The polling is equally clear. A poll taken of voters in key swing districts currently controlled by Republicans conducted by Public Policy Polling (PPP) in early July showed:

Republican and Independent voters want Congress to pass a solution to our country’s broken immigration system.

Many are less likely to support Republicans if the House fails to pass immigration reform this summer.

According to a press release issued the by the polling firm:

Voters in CA-10 (Jeff Denham), CA-21 (David Valadao), CA-31 (Gary Miller), CO-6 (Mike Coffman), MN-2 (John Kline), NV-3 (Joe Heck), and NY-11 (Mike Grimm) all

say they would be less likely to vote for their Congressman next year if he opposes

immigration reform. Voters in those districts also say they will be inclined to punish the Republican Party more broadly if the House GOP does not allow immigration reform to move forward.

Reason #2: The Republican Leadership will be under enormous pressure from the Republican establishment – GOP donors, 2016 Presidential aspirants and other stakeholders – not to permanently damage the GOP brand with the exploding number of Hispanic and Asian American voters.

The November 2012 election results were a shocking wake-up call for the GOP establishment. Many actually expected to win. Up until election night they lived in denial of America’s changing demographics. Now they are scrambling to “rebrand” the party with Hispanics, African Americans, Asian Americans, single women, and young people.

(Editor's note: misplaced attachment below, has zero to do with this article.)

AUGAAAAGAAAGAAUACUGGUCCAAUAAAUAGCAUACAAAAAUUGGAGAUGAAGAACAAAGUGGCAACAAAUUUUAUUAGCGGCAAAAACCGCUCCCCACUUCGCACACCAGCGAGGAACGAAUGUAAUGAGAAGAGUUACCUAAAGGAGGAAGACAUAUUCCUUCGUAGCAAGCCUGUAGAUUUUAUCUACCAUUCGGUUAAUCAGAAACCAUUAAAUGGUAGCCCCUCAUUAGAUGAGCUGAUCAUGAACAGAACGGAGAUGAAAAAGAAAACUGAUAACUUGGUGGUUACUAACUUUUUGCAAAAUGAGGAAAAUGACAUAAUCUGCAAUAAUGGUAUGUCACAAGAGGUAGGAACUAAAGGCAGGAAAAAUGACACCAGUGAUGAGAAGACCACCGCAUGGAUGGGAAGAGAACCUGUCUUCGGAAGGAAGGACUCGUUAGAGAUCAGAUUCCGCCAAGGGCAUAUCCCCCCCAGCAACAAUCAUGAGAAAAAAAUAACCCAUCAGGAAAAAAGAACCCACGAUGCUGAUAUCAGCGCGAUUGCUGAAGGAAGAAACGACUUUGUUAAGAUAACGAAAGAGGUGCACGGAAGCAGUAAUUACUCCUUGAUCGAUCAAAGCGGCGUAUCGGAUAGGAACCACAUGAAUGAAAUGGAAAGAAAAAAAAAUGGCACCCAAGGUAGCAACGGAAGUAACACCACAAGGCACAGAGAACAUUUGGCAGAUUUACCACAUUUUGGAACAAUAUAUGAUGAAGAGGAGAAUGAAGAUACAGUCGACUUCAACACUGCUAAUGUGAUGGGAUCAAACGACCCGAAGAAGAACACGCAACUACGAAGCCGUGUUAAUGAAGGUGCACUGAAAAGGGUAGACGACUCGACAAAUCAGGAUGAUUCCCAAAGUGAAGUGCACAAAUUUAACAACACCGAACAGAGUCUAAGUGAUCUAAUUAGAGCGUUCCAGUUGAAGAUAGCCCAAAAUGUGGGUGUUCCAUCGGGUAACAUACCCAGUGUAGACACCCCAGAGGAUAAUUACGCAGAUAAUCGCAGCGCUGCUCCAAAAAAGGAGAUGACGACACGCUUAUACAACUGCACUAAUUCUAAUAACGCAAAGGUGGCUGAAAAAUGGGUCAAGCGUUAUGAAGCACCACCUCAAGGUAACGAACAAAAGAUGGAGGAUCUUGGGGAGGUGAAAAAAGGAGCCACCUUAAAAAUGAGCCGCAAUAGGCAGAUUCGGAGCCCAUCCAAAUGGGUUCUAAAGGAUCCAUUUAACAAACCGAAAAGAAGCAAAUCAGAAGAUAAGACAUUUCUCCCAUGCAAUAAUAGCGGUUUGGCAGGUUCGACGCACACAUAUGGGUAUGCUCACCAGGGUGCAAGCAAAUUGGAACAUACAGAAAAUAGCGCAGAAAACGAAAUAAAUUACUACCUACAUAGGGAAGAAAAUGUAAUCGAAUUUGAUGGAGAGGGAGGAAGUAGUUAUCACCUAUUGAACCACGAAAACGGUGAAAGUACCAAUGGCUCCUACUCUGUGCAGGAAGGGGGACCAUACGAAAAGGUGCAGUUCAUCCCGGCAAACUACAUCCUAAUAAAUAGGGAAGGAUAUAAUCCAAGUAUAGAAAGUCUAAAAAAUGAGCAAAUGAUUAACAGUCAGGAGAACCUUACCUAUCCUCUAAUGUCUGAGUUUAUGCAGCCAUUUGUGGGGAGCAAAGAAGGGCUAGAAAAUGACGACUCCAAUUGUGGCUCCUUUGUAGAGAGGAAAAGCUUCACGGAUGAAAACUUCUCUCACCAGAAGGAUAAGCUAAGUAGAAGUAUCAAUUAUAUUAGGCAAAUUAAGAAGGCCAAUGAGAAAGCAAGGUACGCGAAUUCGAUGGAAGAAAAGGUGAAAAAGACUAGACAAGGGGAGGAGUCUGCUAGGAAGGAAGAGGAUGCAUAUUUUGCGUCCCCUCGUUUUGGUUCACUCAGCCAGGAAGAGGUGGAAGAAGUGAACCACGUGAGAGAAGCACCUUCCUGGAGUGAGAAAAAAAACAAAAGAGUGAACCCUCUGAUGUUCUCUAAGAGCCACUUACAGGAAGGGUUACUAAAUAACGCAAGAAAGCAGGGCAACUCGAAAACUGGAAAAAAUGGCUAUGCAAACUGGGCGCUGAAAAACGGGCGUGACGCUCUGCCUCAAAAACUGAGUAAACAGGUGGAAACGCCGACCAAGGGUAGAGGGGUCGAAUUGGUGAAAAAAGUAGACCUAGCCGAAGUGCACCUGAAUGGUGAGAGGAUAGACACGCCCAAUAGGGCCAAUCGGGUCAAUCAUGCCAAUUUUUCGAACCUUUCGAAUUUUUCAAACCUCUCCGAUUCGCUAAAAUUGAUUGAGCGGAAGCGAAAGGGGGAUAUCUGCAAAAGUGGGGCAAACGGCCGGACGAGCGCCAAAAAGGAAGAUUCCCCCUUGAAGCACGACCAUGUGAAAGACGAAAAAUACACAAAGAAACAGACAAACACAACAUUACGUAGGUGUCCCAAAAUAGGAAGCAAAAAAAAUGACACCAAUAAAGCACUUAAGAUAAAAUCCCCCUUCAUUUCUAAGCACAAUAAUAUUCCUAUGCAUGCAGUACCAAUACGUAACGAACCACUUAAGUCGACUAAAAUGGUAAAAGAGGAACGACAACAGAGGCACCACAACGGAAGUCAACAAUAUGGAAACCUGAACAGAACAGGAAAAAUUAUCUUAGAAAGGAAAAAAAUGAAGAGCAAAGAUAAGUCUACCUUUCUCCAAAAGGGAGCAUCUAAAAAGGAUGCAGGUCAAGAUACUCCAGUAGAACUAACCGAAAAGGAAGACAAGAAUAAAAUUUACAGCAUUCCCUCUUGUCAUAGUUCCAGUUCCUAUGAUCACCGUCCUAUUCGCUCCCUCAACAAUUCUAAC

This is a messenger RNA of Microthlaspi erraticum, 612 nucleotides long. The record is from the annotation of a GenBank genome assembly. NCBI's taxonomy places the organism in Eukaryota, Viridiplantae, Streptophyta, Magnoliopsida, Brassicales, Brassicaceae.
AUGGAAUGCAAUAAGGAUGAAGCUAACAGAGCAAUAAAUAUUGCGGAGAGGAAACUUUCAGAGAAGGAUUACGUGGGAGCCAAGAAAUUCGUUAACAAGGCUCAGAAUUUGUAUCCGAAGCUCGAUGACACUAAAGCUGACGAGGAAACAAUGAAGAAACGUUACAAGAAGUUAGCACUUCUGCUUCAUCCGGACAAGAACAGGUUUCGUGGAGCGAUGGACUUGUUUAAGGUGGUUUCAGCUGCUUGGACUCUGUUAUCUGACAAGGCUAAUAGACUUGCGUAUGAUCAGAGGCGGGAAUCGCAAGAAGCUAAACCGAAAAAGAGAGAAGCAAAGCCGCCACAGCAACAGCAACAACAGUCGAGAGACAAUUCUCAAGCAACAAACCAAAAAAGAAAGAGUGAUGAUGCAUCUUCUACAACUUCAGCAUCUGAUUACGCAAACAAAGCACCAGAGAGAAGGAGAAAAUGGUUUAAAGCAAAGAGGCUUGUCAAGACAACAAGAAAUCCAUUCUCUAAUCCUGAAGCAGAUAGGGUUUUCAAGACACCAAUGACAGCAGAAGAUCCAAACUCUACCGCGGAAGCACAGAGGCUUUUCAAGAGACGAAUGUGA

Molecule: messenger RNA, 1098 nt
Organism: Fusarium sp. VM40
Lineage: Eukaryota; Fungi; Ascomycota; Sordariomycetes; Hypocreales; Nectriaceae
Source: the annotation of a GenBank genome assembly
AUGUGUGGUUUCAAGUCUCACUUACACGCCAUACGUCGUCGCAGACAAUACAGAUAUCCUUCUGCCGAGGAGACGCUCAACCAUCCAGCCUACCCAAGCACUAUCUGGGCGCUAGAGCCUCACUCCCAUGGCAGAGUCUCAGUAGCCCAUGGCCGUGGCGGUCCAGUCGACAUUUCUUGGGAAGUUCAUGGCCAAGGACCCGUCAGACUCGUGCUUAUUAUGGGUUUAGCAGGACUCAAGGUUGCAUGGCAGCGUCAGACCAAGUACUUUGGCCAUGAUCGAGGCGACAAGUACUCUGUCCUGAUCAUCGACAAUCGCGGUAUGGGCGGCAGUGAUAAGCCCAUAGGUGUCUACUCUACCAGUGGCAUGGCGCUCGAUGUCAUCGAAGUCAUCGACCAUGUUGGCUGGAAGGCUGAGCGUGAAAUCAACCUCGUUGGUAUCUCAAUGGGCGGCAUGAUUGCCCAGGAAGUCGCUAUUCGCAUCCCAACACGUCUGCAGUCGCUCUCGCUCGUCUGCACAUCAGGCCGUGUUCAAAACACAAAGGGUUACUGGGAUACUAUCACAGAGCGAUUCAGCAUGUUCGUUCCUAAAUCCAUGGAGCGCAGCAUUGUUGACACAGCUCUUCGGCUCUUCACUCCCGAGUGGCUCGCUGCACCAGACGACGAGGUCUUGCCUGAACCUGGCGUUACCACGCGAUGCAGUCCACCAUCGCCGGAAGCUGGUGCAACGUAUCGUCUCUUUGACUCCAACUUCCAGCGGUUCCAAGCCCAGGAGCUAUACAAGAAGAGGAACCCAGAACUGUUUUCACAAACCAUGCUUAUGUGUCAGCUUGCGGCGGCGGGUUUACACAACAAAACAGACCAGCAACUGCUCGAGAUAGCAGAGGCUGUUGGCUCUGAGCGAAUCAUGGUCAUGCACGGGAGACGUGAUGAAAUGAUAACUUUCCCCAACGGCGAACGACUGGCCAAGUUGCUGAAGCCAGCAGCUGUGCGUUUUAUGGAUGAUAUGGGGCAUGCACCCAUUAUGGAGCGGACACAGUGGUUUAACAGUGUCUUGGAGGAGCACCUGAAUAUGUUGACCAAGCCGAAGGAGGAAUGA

If the GOP refuses to call a vote on a pathway to citizenship in the House and is blamed for blocking immigration reform, that could alienate many of those constituencies – and especially Hispanics – for decades to come.

Texas is a case in point. Already Texas is a majority minority state. Even now, if Hispanics and African Americans registered and voted at the same rate as other voters, the GOP would find it difficult to count on the state’s electoral votes in Presidential elections. But Texas’ Hispanic population is growing. Even at current levels of voter participation, the GOP risks losing Texas if it becomes a permanent pariah Party among Hispanics.

Without Texas, it is almost impossible to put together a path to Republican Presidential victory at any time in the near future.

Reason #3: The more GOP leaders like Representative Steve King (R-IA-4) continue to make outrageous comments like the one about the “cantaloupe-sized calves” that immigrants get from “transporting hundreds of pounds of drugs” through the desert, the harder it is for the Republican Leadership in the House to resist pressure from the GOP establishment to call a vote on immigration reform.